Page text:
Hey guys! This week is finals week at my college, which means a lot of stress, tears and caffeine. Luckily for me, those things are actually being kept to a minimum, because I only have three tests, and after tomorrow I’ll be done with my semester.


Hand soap at Knoblock & Co. in Stillwater, Okla.

After my American Literature exam this morning, I met up with my co-campus correspondent for Her Campus , and we passed out some goodies around campus. After taking a food break, we decided to do some shopping around Stillwater. I visited some places here in my quant little college town that I’ve never been into before. Like Knoblock & Co. which smelled amazing the second we stepped inside.

Knoblock is essentially candle heaven, and they had the cutest little hand soaps and wooden postcards. The layout of the store was beautiful and I couldn’t help but take pictures. I’ll definitely need to go back next time I’m looking for a candle or cute trinket. Especially when it comes time to decorate my apartment for next semester.


Books and soap at Knoblock & Co. in Stillwater, Okla.

The building is also and amazing green color that Hannah insisted on having her picture taken in front of. If you want to check out the OOTD pictures I took for her you can visit her blog, Fe Fi Fo FHannah.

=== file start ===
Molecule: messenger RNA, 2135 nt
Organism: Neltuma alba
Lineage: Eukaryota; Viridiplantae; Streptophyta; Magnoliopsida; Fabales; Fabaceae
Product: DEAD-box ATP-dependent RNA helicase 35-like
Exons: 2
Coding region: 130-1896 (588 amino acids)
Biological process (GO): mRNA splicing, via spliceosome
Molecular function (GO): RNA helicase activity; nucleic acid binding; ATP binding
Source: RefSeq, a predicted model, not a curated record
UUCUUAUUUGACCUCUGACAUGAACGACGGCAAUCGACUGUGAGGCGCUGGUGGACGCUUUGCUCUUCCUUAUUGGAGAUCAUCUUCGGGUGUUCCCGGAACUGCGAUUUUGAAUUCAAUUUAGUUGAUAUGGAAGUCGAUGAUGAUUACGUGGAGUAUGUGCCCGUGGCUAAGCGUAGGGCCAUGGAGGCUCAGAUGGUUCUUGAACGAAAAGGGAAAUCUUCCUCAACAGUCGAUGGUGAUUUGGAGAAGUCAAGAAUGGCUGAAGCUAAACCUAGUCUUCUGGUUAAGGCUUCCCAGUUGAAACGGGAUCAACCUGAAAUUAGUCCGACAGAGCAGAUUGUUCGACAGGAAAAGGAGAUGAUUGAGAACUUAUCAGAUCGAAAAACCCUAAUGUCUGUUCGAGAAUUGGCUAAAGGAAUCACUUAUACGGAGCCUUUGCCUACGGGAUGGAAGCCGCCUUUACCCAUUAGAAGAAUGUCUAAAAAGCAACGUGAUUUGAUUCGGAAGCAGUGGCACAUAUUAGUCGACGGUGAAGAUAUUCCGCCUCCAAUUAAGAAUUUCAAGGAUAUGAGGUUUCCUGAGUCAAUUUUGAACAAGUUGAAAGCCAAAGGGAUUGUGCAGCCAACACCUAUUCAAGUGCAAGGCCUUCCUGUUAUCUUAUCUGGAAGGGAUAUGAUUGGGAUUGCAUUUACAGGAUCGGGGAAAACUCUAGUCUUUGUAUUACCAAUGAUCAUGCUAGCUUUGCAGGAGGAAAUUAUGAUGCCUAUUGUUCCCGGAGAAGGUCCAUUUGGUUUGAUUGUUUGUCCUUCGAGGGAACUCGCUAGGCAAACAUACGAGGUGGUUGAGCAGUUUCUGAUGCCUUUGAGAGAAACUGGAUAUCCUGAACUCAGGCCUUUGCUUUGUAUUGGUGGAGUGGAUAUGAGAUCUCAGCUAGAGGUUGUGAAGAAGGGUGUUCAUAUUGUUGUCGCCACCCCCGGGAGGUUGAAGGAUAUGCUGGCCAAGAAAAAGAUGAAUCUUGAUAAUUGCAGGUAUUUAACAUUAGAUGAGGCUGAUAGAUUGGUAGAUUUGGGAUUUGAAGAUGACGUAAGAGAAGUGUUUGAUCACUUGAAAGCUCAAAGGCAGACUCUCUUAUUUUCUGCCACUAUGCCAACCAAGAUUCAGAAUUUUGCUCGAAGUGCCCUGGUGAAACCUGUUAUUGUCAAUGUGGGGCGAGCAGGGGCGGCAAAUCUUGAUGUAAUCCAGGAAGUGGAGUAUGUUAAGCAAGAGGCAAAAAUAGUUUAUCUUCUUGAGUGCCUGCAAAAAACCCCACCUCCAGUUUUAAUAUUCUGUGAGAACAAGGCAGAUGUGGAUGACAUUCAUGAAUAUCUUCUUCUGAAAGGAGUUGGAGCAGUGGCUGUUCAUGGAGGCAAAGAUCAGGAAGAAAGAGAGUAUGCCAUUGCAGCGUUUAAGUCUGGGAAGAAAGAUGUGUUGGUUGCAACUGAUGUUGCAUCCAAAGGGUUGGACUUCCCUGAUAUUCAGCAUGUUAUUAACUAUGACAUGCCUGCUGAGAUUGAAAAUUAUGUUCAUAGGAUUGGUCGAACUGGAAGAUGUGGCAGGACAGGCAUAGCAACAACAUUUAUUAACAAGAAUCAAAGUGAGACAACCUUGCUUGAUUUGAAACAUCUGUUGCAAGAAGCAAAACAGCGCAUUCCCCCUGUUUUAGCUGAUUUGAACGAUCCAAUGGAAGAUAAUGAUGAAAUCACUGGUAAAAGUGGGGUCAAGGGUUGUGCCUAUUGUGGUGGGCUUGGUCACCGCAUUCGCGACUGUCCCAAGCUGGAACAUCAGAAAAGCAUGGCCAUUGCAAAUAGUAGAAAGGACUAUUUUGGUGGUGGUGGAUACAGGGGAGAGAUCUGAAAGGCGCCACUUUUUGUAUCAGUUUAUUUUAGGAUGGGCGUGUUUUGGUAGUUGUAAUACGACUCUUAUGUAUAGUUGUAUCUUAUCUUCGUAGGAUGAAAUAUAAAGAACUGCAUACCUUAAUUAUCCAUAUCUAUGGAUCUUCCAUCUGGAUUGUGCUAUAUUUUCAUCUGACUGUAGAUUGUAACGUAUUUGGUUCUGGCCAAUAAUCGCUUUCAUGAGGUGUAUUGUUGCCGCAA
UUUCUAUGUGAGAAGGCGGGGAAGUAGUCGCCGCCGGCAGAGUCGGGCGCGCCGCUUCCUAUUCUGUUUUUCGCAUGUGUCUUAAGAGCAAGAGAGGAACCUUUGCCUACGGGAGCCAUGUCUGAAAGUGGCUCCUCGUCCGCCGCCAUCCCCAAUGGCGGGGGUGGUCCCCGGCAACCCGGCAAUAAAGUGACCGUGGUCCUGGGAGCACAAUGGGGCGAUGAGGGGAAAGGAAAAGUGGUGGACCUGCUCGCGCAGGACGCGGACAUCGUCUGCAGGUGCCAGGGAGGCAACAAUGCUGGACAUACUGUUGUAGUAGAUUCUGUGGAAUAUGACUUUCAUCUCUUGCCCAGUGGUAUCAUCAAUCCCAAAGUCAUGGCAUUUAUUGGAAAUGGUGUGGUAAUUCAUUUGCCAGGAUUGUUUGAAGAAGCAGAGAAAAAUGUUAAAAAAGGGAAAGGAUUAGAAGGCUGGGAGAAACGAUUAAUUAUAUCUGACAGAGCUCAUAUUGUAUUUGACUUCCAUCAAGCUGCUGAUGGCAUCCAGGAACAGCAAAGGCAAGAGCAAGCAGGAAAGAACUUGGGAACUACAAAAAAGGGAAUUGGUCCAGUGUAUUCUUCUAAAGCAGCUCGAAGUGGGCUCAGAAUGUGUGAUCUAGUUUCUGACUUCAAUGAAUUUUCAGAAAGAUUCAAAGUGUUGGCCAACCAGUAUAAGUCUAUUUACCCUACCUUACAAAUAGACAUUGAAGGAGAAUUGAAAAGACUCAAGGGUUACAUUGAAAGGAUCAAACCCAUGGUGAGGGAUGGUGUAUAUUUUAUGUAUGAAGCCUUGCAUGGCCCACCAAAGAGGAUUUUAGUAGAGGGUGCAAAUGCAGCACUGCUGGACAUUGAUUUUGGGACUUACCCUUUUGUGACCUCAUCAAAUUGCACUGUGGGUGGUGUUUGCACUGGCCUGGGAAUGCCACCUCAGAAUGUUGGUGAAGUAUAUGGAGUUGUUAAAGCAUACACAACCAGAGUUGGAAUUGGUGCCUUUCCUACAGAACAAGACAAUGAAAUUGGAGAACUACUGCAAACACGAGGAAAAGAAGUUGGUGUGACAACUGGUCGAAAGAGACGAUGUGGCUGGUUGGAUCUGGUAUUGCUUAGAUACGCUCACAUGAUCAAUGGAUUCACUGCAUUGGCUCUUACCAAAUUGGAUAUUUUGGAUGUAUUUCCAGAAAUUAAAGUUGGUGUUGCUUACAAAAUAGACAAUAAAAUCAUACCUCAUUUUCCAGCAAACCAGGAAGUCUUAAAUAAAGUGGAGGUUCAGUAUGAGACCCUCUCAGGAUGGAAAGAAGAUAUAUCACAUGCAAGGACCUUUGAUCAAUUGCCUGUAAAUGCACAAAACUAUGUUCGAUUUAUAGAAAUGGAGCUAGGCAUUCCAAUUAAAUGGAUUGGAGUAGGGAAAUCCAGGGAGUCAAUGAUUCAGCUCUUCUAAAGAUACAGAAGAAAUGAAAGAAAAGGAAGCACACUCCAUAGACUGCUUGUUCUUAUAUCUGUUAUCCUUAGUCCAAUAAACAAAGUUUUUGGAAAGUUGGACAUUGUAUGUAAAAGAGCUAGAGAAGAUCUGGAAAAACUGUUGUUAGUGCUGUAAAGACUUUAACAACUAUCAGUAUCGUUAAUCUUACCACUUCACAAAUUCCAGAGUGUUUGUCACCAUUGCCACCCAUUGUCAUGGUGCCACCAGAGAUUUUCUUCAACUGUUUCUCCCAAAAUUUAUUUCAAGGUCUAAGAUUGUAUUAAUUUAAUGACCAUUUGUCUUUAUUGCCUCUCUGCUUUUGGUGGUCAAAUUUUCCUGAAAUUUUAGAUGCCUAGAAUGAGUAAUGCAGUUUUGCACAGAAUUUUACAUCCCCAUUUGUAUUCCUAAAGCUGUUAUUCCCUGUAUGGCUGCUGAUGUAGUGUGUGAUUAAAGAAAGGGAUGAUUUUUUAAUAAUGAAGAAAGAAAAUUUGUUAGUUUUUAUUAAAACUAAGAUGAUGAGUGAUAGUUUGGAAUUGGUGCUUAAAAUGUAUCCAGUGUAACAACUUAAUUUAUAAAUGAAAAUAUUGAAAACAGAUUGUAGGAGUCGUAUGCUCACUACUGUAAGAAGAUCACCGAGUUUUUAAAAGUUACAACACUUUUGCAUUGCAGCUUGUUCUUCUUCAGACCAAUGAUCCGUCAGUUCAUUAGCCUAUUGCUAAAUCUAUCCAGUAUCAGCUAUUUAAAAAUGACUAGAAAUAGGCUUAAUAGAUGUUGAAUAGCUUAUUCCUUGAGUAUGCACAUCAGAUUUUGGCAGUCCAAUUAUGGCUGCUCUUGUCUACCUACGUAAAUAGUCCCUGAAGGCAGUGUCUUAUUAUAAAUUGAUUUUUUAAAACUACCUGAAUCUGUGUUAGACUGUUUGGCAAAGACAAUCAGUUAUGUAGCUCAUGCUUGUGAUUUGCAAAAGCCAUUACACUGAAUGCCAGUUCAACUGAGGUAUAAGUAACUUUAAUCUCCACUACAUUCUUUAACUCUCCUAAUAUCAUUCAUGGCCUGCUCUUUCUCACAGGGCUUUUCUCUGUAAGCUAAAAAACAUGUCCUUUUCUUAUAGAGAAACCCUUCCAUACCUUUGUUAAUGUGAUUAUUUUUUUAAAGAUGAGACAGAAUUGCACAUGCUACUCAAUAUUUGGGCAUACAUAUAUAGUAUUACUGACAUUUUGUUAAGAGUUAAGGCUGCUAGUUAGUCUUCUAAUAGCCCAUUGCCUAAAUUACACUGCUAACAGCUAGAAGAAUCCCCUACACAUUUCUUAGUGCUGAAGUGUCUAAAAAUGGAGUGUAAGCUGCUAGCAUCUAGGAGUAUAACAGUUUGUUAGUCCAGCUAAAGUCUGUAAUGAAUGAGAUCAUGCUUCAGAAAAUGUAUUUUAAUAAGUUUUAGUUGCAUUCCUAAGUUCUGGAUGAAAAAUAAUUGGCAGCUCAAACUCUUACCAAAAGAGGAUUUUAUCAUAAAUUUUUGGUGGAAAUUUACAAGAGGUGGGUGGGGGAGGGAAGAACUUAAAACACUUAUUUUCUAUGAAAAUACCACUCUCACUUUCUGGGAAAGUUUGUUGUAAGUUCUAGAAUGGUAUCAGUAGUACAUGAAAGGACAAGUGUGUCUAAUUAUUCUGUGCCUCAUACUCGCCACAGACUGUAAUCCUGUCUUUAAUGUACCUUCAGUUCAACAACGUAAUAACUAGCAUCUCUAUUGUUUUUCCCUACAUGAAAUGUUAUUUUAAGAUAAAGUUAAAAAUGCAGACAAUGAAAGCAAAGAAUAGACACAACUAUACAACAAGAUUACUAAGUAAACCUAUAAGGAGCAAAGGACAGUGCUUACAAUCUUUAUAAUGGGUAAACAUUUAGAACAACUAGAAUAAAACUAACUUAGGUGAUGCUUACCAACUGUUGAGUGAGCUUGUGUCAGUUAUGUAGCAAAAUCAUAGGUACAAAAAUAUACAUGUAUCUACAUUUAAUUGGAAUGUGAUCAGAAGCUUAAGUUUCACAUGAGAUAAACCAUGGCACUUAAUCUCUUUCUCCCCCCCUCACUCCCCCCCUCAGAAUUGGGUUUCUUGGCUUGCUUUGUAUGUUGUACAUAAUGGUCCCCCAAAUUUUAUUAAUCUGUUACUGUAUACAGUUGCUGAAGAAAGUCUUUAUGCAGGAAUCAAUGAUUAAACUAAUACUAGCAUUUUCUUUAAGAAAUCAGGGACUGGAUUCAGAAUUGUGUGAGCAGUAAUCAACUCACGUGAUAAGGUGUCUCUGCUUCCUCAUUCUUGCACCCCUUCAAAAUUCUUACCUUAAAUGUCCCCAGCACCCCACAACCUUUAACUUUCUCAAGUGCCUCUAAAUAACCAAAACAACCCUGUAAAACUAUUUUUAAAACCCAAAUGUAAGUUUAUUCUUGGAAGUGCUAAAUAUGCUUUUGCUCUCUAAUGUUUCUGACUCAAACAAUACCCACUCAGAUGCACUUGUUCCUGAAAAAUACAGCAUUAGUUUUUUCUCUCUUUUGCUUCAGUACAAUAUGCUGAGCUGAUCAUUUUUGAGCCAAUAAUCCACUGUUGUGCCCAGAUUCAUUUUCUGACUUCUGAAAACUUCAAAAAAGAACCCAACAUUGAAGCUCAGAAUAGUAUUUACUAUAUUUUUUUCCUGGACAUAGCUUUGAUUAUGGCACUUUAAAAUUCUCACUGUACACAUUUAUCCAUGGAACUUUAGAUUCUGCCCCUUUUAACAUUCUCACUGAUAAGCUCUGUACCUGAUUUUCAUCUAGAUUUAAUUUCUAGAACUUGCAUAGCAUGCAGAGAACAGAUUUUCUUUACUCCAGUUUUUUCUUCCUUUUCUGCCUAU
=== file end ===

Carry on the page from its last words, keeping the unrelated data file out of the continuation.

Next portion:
Overall it was an exciting day exploring some of the shops in Stilly that I haven’t been to in the last two years of living here. I’ve definitely been inspired to go window shopping and exploring more often.


Losing a friend: A letter to myself.

Dear Self,

I know you feel like crying right now. I know you think this is a horrible experience and that you will never be able to move on. You will. Right now it hurts to find out your friendship is over, that it has ended, and with it the memories you were making.

I know you see other people still interacting, and growing closer, and you feel left out and unwanted. Those people are still your friends though, they are not taking sides. They stand on the outside and look on in confusion as to why you aren’t Losing a friendhanging out with them, because they know you want to. But you can’t, because you aren’t invited. You lost one friend, and now you have to work around them in order to see the others. I know that makes you sad and angry, but it will be alright.

I know that you still talk to your old friend sometimes, and that they act like nothing has changed. It has. You no longer text or call them in the middle of the day just because you’re bored or lonely. That’s what they wanted, and you’ve tried to make them happy. When they invite people to hang out, you are never told, but you find out anyway. So yes, things have changed, and I know you wish they hadn’t.